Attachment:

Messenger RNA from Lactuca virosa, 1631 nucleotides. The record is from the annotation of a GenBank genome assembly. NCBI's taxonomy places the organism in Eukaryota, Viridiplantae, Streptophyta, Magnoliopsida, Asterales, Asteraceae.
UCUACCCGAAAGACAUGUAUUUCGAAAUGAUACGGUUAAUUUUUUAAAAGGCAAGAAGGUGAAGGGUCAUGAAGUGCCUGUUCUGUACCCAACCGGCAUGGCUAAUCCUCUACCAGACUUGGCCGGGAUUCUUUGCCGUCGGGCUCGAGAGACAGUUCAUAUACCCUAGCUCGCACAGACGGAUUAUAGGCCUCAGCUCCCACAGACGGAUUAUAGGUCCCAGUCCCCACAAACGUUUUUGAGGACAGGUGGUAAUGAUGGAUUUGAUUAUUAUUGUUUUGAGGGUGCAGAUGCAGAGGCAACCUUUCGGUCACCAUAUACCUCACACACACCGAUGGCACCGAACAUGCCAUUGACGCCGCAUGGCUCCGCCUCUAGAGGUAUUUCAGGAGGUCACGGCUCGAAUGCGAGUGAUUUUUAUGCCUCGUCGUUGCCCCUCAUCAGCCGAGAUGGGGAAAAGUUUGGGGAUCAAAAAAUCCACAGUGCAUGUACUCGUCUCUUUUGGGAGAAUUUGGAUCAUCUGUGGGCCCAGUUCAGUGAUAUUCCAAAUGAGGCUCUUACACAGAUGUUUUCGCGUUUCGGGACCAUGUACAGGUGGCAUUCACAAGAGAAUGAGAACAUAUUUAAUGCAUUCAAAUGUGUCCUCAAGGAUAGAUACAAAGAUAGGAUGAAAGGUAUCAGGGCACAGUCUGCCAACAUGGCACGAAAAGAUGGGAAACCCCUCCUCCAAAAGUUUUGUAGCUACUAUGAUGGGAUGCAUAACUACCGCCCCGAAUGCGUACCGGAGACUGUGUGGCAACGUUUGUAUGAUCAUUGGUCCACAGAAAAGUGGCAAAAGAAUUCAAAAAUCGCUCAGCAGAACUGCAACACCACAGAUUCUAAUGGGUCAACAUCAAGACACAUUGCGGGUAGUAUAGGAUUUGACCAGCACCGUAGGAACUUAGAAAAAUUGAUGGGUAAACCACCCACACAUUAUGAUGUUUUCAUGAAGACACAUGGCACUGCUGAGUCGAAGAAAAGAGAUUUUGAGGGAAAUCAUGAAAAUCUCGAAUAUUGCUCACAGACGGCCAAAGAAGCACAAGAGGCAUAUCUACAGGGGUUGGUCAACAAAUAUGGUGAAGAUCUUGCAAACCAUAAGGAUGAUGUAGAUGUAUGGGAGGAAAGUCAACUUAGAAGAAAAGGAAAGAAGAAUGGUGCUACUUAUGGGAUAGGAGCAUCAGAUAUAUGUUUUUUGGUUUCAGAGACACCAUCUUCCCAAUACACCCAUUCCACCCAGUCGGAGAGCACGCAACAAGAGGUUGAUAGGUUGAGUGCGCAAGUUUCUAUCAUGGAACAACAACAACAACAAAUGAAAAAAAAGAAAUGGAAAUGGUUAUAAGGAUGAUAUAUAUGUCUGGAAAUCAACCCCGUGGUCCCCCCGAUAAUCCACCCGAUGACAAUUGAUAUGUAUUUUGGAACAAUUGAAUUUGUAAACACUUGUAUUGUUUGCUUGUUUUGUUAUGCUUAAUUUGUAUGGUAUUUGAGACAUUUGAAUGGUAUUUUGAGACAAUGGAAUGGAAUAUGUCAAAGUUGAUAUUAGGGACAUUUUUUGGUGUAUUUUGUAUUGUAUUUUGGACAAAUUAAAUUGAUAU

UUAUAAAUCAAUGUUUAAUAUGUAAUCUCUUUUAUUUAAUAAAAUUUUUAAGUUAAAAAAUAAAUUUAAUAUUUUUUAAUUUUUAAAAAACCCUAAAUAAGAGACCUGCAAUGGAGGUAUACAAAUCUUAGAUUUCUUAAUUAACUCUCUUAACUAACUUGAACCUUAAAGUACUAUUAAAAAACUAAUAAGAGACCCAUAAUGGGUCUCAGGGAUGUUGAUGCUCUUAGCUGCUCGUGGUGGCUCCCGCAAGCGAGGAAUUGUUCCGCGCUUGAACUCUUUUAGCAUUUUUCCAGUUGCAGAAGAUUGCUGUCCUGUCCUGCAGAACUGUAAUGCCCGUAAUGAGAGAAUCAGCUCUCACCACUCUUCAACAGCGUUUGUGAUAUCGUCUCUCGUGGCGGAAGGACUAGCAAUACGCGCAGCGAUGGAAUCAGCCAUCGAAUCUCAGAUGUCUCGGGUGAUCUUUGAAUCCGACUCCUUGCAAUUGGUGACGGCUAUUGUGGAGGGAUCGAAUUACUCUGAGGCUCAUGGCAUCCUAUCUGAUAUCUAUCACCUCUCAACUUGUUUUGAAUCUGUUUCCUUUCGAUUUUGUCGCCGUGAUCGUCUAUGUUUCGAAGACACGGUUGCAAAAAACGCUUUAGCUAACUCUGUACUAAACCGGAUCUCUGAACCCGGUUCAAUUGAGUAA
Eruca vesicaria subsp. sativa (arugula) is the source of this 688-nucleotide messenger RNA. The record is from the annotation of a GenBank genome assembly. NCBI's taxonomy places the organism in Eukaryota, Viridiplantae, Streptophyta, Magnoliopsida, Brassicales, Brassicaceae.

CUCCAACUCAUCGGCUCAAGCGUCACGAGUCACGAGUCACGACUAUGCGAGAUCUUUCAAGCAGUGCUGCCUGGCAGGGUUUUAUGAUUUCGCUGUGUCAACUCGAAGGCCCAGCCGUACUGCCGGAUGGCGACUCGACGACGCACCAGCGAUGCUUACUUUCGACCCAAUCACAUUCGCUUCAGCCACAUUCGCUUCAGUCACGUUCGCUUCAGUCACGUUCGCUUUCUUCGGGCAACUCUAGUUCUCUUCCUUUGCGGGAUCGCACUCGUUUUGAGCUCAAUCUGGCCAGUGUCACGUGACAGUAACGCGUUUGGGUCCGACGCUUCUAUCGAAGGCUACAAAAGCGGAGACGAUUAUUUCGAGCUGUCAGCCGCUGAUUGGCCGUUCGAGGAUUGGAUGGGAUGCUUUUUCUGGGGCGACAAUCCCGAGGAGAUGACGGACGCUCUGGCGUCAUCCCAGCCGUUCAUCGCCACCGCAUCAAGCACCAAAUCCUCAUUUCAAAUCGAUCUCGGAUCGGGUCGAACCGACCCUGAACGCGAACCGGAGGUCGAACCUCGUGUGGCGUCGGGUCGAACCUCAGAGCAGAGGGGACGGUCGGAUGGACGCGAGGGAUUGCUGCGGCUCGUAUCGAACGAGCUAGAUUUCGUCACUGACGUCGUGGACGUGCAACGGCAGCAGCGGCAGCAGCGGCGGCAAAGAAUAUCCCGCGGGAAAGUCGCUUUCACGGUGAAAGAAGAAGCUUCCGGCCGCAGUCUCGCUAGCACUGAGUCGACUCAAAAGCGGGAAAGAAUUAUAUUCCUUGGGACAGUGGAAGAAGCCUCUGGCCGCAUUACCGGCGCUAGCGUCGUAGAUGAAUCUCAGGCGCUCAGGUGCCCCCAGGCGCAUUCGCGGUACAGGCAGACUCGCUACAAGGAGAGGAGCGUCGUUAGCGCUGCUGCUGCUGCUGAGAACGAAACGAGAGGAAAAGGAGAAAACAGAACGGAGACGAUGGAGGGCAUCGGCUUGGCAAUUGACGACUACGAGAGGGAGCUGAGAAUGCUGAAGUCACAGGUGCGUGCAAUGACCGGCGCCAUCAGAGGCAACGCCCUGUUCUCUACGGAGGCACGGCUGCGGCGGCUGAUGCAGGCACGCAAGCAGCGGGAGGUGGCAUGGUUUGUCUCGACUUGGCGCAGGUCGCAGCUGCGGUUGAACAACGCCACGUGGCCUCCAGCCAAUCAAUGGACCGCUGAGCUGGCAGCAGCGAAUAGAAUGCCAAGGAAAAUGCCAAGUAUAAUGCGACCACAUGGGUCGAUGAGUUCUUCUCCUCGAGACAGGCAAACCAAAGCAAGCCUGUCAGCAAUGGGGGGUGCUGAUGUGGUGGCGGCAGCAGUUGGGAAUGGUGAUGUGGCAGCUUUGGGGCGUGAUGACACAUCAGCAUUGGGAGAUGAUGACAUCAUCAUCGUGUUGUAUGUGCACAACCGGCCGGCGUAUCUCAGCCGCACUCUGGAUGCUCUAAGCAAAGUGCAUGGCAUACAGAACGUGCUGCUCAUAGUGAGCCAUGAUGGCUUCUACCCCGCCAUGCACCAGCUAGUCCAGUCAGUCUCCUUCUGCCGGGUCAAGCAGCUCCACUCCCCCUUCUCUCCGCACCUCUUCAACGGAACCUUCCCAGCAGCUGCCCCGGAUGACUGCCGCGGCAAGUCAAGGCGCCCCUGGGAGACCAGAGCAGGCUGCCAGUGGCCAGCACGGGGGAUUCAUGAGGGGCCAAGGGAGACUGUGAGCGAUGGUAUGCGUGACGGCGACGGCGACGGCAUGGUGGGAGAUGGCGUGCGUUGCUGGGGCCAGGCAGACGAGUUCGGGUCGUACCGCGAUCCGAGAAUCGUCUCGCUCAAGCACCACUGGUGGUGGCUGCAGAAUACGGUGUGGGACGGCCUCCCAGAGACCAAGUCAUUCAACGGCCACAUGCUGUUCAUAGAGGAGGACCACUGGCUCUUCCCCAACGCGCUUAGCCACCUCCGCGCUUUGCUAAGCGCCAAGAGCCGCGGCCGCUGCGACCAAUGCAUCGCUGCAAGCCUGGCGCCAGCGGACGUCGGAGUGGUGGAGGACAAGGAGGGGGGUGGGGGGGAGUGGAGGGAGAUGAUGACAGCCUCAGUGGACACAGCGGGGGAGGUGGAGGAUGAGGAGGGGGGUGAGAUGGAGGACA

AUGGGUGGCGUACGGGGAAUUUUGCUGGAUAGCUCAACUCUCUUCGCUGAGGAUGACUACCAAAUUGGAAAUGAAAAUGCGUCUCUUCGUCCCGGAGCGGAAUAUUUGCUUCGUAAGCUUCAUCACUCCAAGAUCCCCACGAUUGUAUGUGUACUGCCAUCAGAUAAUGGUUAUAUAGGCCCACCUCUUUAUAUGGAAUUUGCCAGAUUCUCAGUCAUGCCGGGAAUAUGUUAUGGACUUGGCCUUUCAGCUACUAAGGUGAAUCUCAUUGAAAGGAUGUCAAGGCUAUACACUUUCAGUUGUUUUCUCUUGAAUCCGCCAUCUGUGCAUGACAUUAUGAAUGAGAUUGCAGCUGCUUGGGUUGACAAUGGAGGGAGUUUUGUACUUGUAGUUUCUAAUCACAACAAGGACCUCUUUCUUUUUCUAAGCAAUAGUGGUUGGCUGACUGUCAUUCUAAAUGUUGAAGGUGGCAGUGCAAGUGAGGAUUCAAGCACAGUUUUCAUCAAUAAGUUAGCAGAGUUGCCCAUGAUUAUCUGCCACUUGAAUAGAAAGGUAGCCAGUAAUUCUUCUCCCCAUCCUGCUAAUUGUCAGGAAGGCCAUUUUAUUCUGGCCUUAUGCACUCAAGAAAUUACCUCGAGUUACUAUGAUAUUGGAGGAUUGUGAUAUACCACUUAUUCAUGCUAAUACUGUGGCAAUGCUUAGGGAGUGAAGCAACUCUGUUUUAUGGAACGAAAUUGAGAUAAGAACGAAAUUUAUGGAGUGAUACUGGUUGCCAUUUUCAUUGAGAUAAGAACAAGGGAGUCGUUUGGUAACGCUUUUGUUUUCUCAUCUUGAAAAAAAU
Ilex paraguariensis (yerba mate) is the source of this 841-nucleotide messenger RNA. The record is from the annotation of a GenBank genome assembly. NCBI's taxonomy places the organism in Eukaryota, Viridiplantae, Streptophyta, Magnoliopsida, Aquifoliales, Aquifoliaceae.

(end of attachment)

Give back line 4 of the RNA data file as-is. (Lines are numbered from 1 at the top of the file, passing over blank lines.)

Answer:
Eruca vesicaria subsp. sativa (arugula) is the source of this 688-nucleotide messenger RNA. The record is from the annotation of a GenBank genome assembly. NCBI's taxonomy places the organism in Eukaryota, Viridiplantae, Streptophyta, Magnoliopsida, Brassicales, Brassicaceae.